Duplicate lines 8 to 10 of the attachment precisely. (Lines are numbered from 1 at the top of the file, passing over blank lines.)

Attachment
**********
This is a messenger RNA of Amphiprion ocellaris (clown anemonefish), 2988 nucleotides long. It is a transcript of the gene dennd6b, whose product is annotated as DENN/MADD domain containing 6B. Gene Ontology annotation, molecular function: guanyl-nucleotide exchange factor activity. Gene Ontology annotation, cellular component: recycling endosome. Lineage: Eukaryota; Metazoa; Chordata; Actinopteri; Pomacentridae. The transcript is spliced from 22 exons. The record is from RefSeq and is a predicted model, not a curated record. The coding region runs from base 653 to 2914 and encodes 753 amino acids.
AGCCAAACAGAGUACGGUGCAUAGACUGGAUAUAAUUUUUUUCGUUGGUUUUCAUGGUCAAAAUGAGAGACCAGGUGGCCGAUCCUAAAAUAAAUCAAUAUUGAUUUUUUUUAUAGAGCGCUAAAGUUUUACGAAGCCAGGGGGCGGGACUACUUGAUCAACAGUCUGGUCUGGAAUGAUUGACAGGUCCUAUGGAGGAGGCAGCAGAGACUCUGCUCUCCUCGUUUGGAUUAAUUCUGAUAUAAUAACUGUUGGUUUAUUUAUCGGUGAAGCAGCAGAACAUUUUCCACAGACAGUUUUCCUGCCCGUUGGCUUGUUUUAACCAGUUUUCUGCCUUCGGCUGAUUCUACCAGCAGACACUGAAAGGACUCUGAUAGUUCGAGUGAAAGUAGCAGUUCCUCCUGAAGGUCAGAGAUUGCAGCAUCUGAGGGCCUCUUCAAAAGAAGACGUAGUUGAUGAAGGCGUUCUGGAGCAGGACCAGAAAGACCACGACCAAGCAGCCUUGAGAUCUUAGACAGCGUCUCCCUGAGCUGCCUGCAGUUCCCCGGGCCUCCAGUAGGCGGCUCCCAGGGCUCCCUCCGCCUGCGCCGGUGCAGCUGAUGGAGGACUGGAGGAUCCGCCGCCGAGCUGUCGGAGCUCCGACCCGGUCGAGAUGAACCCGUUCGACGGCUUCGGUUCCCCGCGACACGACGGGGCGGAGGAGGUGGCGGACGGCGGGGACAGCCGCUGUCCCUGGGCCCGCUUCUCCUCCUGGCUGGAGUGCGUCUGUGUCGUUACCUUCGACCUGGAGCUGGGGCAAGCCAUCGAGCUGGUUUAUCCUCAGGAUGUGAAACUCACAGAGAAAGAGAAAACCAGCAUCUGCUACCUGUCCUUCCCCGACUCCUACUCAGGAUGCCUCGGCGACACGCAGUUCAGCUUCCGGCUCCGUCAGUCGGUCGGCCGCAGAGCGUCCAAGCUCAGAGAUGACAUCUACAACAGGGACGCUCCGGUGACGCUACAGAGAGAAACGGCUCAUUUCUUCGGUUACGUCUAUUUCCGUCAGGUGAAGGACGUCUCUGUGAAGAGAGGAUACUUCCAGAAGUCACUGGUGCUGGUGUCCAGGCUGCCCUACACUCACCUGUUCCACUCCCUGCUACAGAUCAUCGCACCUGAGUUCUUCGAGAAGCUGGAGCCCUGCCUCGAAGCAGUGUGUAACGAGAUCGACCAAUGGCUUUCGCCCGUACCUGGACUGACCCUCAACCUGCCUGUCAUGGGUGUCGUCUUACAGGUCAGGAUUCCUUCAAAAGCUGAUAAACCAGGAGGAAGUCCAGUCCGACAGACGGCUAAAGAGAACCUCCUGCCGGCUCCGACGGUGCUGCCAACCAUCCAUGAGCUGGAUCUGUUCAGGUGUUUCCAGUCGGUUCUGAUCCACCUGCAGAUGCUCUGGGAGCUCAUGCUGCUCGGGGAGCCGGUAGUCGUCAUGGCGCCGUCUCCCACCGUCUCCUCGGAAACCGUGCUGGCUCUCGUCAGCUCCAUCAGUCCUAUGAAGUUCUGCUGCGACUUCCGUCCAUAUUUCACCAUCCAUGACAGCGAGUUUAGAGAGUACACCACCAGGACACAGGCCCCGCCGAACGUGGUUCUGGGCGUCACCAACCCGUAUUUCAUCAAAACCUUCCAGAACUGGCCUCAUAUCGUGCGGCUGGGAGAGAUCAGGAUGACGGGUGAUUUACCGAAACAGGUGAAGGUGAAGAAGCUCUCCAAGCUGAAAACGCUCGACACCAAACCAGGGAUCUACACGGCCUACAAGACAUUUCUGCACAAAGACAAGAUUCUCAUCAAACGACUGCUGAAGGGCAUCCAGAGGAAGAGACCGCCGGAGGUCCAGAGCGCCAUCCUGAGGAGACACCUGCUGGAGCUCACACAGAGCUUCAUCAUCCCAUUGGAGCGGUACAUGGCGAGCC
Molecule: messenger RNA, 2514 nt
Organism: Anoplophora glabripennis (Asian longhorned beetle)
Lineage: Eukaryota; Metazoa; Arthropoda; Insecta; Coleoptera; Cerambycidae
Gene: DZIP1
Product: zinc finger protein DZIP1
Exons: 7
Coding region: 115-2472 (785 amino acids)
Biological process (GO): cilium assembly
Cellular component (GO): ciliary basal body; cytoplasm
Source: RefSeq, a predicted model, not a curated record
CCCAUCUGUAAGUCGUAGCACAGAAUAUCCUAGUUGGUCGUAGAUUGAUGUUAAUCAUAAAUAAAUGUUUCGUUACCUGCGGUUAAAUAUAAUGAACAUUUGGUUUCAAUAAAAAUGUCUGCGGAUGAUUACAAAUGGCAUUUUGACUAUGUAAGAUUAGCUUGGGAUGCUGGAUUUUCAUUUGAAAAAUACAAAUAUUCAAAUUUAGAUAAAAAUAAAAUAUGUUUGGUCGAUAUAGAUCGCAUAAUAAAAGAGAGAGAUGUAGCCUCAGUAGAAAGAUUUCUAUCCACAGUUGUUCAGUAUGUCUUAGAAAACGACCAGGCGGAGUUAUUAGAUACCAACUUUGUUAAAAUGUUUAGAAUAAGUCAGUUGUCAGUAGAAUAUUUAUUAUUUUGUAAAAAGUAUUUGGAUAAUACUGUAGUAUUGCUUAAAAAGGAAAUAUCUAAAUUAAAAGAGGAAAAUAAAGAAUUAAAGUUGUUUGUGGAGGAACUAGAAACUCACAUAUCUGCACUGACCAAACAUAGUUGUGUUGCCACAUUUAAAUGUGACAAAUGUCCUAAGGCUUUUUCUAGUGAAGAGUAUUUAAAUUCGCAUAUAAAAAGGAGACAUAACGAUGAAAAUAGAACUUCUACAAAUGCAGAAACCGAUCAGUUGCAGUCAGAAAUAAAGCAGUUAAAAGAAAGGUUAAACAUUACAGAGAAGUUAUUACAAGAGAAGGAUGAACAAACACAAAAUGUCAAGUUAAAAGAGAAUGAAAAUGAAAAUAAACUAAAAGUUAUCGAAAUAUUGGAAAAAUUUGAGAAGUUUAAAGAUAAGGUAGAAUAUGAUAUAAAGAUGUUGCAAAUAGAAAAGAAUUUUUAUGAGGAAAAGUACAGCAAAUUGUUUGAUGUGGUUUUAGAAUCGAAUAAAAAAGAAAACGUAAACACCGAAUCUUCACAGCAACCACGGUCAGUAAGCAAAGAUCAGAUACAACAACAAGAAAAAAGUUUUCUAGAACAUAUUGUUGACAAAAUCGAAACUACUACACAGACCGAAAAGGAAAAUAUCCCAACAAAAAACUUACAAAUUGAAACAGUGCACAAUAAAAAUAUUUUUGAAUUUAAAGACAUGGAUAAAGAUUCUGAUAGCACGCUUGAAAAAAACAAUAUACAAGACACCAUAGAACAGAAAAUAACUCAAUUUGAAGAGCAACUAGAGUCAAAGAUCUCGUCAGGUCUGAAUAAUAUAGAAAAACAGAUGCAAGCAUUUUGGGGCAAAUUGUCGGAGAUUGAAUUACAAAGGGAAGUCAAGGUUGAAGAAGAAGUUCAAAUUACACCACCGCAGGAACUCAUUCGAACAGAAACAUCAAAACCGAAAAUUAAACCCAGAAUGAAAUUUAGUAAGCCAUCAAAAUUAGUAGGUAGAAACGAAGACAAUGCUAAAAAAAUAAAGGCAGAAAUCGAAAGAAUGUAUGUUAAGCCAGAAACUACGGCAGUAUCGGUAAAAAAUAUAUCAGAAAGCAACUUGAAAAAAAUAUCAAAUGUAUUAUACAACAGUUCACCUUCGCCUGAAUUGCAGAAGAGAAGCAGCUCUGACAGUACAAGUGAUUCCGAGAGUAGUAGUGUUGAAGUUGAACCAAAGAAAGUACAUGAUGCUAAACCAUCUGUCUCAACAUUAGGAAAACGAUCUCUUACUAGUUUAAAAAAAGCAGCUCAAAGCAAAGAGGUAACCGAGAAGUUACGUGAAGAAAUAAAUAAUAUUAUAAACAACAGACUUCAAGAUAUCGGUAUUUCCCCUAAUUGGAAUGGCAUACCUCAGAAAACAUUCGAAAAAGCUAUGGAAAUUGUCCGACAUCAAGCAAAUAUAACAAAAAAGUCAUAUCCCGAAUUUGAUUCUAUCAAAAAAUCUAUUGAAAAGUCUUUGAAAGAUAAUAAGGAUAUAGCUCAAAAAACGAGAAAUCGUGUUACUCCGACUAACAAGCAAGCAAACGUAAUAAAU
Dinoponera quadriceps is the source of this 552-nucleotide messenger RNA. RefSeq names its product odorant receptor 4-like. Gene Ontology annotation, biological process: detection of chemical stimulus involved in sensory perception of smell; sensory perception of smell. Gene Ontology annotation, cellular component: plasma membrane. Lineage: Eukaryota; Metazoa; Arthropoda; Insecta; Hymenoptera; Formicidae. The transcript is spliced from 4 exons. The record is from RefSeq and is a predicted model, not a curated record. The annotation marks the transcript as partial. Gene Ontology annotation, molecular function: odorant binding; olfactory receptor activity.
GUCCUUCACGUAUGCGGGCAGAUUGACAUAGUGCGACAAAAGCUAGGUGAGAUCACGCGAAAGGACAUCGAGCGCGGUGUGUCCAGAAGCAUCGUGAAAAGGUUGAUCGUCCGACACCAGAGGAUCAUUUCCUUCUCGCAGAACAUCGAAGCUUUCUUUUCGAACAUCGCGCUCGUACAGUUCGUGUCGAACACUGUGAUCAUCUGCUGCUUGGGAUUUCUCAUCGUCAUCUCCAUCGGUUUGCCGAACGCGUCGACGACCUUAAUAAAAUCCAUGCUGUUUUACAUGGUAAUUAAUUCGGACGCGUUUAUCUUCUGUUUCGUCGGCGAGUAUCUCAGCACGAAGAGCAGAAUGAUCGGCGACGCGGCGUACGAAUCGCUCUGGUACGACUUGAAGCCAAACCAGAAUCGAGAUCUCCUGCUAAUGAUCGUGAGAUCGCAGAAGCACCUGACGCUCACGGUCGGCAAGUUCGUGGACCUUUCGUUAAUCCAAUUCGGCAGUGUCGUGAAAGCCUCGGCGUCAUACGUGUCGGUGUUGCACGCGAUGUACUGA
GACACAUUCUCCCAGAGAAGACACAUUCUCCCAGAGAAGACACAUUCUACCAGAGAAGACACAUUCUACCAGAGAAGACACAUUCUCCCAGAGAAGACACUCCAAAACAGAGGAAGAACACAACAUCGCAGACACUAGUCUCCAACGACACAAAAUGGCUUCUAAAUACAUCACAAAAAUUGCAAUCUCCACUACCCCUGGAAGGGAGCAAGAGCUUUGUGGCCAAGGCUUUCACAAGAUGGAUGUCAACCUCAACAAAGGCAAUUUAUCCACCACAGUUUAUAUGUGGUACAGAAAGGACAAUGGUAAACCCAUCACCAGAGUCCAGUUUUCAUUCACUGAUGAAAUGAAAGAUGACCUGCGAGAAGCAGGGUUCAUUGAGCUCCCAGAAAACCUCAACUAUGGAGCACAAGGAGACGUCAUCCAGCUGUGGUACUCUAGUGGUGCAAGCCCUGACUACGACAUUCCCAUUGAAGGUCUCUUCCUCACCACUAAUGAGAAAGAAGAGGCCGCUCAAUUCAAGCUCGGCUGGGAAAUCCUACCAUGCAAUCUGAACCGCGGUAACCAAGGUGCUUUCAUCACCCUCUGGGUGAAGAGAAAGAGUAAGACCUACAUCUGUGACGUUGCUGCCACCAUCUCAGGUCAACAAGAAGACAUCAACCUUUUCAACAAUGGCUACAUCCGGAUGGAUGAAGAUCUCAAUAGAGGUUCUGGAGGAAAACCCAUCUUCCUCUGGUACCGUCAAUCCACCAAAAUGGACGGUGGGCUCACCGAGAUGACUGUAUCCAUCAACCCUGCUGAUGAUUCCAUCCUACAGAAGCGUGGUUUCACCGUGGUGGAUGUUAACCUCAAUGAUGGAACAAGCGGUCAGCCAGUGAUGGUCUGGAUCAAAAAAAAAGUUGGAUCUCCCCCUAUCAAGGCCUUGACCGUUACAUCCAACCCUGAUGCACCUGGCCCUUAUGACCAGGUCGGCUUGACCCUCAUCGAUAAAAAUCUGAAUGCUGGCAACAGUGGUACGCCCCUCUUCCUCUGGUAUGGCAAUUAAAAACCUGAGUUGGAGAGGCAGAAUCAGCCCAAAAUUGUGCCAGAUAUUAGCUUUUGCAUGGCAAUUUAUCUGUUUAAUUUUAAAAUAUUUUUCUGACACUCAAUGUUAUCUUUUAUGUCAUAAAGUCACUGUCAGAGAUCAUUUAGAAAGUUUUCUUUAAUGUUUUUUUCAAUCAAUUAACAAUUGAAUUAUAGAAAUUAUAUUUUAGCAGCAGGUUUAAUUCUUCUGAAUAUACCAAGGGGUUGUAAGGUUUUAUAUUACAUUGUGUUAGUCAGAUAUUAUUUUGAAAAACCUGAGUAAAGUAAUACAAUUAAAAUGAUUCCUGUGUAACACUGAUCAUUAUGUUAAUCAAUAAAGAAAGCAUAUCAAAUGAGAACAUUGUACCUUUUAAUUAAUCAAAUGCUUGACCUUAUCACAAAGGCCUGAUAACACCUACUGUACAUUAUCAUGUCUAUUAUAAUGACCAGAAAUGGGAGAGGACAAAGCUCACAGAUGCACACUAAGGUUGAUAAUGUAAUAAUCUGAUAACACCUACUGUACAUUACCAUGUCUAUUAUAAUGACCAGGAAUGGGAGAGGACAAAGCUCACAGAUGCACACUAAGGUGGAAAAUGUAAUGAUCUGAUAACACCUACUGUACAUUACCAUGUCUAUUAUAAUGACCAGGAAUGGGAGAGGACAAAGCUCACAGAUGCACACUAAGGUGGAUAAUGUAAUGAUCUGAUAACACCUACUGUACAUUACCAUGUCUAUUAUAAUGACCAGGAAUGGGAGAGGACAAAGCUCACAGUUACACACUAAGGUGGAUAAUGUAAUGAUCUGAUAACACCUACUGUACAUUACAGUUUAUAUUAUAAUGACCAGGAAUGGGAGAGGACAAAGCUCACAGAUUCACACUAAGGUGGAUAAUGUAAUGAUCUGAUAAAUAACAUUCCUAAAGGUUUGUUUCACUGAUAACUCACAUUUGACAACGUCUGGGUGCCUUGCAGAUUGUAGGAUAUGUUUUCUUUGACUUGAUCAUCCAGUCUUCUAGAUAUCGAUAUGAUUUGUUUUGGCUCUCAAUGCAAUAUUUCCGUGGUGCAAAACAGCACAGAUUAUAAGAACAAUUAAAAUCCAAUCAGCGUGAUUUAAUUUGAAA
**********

Exons: 7
Coding region: 115-2472 (785 amino acids)
Biological process (GO): cilium assembly